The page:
And also, the music industry is in such a weird state right now that if you’re going to do anything, it’s better to do it DIY for a while - very independent - and working along side with Hand Drawn has been the same. We’re just both helping each other out — them more so than me, but we’re getting each other’s name out. It’s very cool because Hand Drawn is mostly comprised of former musicians or just big music lovers. It’s cool to work alongside someone who’s been in your shoes at some point and that’s actually done the touring, the recording, the releasing. They know what you’re going through. You’re not dealing with some guy in a suit driving a Mercedes sitting in an office in New York saying, “Well you didn’t sell 10,000 records in your first week, so…” or whatever it is now, and they cut you loose.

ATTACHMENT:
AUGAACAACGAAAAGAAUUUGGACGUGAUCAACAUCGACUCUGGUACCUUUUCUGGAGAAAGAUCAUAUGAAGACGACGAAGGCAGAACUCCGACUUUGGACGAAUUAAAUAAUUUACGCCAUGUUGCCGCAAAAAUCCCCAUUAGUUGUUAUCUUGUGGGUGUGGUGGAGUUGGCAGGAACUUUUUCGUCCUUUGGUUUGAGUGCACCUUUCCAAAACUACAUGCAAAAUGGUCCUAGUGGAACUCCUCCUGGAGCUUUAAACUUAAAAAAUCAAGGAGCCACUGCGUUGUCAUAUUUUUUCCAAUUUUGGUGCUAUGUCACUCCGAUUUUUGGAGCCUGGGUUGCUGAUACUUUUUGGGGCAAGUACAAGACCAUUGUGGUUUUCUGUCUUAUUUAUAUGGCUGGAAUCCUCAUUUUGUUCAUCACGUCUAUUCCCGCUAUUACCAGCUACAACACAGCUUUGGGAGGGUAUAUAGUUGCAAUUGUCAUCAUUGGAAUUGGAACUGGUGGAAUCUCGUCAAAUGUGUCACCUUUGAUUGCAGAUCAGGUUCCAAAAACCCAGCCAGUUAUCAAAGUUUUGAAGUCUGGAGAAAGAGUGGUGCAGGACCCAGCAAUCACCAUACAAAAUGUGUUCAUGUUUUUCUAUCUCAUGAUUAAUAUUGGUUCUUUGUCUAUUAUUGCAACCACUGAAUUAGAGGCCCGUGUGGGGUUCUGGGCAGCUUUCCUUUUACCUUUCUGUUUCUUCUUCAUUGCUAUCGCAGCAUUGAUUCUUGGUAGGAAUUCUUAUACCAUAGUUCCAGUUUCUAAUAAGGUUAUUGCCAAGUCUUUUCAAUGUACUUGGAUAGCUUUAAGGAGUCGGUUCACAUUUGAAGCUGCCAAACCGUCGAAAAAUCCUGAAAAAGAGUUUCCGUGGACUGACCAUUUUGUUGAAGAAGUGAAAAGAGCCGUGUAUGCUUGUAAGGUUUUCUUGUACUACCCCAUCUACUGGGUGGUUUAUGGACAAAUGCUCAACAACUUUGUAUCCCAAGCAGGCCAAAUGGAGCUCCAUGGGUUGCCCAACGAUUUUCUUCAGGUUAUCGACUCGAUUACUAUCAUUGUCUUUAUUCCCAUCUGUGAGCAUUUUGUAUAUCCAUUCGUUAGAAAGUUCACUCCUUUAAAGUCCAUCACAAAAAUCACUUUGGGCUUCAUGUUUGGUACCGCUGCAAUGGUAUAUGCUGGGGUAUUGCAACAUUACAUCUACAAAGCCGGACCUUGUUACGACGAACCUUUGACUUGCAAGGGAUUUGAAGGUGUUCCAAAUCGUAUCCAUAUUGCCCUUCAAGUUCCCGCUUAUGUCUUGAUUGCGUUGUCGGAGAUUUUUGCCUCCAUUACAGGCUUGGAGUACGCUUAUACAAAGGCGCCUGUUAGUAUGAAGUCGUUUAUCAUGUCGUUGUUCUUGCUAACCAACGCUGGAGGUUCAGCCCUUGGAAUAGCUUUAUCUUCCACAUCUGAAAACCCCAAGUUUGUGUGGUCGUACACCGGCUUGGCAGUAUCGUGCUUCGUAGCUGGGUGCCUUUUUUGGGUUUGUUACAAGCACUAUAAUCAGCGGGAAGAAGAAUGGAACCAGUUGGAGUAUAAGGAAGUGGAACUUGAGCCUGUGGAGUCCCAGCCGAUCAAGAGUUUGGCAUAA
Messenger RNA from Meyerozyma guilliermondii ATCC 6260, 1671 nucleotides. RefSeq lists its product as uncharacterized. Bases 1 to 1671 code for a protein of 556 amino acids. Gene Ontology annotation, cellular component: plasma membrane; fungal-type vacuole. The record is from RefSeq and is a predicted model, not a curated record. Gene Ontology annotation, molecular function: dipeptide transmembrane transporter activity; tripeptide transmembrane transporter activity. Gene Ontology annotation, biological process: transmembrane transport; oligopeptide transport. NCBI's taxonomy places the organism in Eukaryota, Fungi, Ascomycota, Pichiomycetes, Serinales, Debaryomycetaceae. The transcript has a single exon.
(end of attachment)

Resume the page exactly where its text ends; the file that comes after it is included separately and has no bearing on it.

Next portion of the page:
Describe the feeling of seeing your album being pressed onto vinyl?
It was very surreal. It’s cool because we started recording this record in April 2016, so about 15 months later, actually seeing it physically pressed was big. I’ve never had vinyl pressed for anything else I’ve ever done. Especially being able to physically see it being done — I was actually there when they pressed the 100 limited edition white copies. It was crazy man, ‘cause you see it come out and drop. And we got some really gnarly green and swirl ones because the previous record was green and there were some pellets leftover. Definitely one of those thing — when you hold your record and see your artwork, and it’s not just a CD or a digital download — you feel like you’ve made it. You know, it’s part of your life, it’s part of history.